After the commission determined there was insufficient evidence to support the discrimination charge, Abramson withdrew his complaint and the matter seemed to have been put to rest. But the process left the Kashiwas with thousands of dollars in legal fees, and it took a toll on Gregg’s health.
Then earlier this year, the Kashiwas were notified of a second complaint by Abramson, this time reasserting the original discrimination claim and tacking on an additional charge of “retaliation” based on the fact that part of the property had been sold to an Asian buyer without being offered to him. The complaint includes the Kashiwas and the realtor who represented them in the transaction.
Documents show the buyer had agreed to pay a higher price for a smaller lot after the parcel was reconfigured, but Abramson’s complaint seems to turn logic on its head, arguing that Kashiwa’s acceptance of the superior offer was evidence of both continued discrimination and retaliation.
Surprisingly, Abramson is being assisted in his complaint by the Legal Aid Society of Hawaii, a relationship which has raised some eyebrows among people who have heard about the case.
Typically, Legal Aid’s clients must earn no more than 125 percent of the poverty level, but it’s different when it comes to complaints of housing discrimination. In these cases, there are no income guidelines, and services can be provided even to those who could afford to retain a private attorney, in this case someone who says he can afford to pay $1.7 million in cash for the right Hawaii real estate.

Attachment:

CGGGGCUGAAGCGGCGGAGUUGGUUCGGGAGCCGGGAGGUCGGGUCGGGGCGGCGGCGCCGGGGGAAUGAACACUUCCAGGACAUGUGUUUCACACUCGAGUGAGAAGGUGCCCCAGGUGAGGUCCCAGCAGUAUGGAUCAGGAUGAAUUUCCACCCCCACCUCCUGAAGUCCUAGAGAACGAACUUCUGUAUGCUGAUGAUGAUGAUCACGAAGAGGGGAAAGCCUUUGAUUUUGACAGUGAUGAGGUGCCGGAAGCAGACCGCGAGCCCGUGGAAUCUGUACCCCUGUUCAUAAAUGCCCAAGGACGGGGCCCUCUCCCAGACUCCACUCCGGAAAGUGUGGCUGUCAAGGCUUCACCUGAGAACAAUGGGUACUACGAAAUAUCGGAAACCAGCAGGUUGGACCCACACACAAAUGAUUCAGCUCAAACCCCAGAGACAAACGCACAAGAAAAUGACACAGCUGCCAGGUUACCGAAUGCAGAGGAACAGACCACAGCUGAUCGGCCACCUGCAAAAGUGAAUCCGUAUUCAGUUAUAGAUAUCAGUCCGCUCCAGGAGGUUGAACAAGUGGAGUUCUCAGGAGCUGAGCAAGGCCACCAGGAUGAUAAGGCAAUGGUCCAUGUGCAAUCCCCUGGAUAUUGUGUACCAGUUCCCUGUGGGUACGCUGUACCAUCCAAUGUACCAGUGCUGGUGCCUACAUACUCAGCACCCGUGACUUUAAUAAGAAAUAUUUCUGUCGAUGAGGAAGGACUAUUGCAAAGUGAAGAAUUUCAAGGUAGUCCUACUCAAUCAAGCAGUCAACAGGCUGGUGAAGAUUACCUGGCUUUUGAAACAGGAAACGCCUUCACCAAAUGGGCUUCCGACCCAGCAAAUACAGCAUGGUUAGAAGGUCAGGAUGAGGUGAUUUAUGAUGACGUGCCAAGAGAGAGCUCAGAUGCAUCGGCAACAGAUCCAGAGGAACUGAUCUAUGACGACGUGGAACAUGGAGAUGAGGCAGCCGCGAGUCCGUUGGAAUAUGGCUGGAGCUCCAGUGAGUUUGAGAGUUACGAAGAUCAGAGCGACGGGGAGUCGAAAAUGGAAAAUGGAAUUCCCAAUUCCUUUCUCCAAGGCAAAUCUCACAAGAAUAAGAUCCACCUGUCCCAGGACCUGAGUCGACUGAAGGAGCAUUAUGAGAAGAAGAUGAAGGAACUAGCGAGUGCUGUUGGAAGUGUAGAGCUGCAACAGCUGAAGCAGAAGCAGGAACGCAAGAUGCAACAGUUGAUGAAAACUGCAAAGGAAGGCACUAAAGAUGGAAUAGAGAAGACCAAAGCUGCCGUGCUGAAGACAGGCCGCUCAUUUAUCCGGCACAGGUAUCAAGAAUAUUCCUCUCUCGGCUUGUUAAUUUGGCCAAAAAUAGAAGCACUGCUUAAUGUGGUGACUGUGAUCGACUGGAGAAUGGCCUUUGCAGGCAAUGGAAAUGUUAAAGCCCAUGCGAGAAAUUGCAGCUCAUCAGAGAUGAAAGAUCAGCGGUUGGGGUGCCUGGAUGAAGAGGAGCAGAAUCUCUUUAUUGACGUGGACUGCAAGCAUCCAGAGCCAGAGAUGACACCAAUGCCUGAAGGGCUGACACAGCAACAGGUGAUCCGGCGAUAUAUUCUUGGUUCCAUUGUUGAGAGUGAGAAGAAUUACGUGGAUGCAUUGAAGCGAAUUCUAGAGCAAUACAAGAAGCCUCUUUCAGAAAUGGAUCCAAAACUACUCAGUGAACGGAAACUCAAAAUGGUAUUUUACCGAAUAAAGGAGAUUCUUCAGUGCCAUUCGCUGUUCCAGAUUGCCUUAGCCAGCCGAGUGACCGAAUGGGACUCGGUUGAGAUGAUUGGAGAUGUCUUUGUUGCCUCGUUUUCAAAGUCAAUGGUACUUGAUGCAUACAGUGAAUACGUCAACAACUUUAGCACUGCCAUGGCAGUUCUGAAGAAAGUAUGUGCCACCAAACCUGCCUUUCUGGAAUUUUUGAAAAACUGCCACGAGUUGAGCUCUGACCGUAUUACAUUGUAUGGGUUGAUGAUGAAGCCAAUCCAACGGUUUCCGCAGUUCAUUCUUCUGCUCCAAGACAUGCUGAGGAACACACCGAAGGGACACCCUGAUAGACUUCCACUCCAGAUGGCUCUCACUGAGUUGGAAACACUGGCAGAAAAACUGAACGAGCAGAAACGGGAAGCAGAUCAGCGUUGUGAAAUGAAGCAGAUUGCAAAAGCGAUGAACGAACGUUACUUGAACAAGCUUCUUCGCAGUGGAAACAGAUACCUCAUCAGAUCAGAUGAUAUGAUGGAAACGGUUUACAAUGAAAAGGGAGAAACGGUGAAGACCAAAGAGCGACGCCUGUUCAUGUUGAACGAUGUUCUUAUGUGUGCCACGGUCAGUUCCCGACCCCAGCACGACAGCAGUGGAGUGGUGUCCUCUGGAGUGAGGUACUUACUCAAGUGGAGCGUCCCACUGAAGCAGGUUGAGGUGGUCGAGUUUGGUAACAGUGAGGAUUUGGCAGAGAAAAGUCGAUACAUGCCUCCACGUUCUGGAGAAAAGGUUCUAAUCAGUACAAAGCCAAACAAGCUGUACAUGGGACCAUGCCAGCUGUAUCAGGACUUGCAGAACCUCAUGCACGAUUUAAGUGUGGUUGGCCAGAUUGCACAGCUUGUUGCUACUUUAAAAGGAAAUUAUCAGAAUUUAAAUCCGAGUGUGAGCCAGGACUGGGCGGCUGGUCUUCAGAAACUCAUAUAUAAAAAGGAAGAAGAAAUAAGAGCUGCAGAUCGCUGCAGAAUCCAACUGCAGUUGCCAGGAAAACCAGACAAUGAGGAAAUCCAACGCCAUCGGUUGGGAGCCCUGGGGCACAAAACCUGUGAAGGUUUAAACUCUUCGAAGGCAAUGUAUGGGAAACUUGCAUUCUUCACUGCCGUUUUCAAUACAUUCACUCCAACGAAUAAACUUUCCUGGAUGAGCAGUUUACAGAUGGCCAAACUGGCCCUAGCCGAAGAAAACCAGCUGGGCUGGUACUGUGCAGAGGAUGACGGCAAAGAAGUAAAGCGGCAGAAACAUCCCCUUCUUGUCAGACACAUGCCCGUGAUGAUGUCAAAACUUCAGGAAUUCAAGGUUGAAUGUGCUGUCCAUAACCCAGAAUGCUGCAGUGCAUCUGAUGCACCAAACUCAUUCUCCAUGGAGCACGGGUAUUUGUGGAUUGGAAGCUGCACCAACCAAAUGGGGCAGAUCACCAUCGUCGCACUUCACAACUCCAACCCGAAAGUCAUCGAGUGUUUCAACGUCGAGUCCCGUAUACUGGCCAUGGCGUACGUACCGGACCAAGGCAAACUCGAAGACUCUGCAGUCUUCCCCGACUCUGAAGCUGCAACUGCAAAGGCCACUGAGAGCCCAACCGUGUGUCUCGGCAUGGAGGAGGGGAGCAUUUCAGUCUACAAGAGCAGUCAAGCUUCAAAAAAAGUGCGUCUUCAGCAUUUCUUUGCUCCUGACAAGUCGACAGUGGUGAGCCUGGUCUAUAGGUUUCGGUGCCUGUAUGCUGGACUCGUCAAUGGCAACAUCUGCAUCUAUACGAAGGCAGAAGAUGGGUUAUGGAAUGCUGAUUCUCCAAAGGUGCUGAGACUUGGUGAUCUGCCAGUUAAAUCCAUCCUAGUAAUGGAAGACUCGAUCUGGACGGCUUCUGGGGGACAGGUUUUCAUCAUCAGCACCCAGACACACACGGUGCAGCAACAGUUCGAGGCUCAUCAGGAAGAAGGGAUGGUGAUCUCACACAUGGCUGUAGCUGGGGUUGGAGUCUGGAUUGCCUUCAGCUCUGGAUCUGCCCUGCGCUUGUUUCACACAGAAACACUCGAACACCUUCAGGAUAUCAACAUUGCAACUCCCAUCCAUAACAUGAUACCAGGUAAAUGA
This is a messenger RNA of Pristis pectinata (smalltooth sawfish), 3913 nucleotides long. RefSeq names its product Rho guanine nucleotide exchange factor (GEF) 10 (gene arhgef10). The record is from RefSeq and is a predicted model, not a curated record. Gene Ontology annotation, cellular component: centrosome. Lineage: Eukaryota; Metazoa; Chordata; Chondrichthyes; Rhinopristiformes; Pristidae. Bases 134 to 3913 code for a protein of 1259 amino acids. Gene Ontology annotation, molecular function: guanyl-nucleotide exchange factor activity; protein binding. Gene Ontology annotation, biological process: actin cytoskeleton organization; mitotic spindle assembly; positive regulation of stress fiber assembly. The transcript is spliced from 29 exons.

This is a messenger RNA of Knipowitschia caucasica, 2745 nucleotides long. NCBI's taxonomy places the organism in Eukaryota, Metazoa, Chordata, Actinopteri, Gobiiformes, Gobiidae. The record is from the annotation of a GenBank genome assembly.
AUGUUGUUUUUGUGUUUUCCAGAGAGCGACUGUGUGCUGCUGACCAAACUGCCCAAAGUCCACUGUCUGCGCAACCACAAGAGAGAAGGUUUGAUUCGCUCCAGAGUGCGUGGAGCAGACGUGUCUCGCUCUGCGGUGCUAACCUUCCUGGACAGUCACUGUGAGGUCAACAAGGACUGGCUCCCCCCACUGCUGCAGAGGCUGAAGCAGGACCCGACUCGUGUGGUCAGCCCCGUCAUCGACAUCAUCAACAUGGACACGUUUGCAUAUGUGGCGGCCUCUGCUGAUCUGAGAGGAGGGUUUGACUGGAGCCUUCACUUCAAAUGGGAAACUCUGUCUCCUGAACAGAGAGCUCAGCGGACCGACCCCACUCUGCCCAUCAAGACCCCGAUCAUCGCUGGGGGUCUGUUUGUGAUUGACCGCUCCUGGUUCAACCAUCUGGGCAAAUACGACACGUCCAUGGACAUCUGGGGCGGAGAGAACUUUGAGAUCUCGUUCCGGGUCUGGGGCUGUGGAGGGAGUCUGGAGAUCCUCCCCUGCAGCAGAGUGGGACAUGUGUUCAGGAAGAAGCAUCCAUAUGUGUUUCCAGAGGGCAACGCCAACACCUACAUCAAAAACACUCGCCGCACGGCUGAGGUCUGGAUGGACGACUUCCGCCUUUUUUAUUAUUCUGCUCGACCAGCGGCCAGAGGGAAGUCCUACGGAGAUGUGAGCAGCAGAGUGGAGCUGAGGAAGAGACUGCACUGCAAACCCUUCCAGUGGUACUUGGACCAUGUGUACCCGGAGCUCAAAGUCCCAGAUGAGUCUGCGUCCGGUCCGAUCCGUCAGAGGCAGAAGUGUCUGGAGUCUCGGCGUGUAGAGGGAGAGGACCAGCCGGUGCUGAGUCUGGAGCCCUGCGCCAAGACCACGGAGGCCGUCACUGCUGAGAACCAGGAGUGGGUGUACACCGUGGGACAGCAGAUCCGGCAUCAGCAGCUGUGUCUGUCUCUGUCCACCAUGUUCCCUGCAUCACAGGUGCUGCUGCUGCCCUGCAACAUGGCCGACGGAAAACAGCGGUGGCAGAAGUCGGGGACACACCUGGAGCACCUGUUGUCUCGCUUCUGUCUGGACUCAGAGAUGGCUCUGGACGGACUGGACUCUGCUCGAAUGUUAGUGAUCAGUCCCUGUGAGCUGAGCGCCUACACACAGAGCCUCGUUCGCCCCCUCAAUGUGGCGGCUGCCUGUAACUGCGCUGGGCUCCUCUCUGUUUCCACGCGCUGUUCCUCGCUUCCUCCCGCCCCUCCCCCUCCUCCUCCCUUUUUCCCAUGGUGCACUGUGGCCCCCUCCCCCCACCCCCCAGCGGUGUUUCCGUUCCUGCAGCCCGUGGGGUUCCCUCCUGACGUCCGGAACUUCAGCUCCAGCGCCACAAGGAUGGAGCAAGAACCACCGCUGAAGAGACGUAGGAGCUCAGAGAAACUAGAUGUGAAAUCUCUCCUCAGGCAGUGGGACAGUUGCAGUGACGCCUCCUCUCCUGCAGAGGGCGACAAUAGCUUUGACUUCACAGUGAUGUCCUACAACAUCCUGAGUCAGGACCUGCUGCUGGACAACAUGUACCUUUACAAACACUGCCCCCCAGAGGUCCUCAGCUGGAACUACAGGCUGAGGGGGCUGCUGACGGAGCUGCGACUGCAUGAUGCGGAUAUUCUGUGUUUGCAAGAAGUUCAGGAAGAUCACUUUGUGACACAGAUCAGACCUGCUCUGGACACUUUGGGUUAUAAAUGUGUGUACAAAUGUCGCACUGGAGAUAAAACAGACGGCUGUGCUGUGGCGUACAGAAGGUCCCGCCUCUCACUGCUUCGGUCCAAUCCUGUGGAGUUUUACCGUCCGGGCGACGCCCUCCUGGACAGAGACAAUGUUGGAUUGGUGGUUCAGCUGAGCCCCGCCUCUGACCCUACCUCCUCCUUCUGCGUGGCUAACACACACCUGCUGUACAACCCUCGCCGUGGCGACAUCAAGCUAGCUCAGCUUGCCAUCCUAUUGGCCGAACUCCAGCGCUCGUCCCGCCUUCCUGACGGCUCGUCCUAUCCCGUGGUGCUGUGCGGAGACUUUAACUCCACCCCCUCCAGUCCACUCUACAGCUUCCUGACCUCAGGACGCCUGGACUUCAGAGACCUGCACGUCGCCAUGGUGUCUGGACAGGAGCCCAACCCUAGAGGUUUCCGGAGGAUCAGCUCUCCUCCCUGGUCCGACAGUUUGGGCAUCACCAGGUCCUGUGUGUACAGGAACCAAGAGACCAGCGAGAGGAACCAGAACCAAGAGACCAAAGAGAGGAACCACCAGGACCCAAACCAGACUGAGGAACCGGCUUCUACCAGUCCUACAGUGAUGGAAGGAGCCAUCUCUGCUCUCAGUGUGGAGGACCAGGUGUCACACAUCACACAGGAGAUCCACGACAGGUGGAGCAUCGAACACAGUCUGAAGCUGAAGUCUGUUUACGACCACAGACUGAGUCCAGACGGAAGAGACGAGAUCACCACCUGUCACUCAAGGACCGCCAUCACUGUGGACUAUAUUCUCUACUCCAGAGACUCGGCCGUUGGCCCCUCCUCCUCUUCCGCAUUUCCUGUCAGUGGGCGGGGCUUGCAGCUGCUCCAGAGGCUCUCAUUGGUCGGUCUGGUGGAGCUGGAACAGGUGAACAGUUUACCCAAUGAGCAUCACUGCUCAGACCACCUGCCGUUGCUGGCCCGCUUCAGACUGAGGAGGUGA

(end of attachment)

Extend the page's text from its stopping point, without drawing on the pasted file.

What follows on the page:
Also surprising, and disturbing, are the demands made by the Civil Rights Commission, even before an investigation had been done.
In May 2013, Gregg and Gail Kashiwa received a notice giving them just 10 days to file a lengthy list of documents, including everything related to the property, background on all permits, all correspondence over a 15-month period with the eventual buyer, a copy of all other offers for the parcel in any configuration, and a list of every person (including realtors) who inquired about the property between September 1, 2011 and November 21, 2012, including the date of the inquiry, the race or color of the person, the content of any conversation, and any available documentation including emails, memos or letters about the inquiry.
Ten days to respond, they were told, and the clock is ticking.
It turns out this is not the first time Abramson has filed a challenge after making an unsuccessful offer on Hawaii real estate.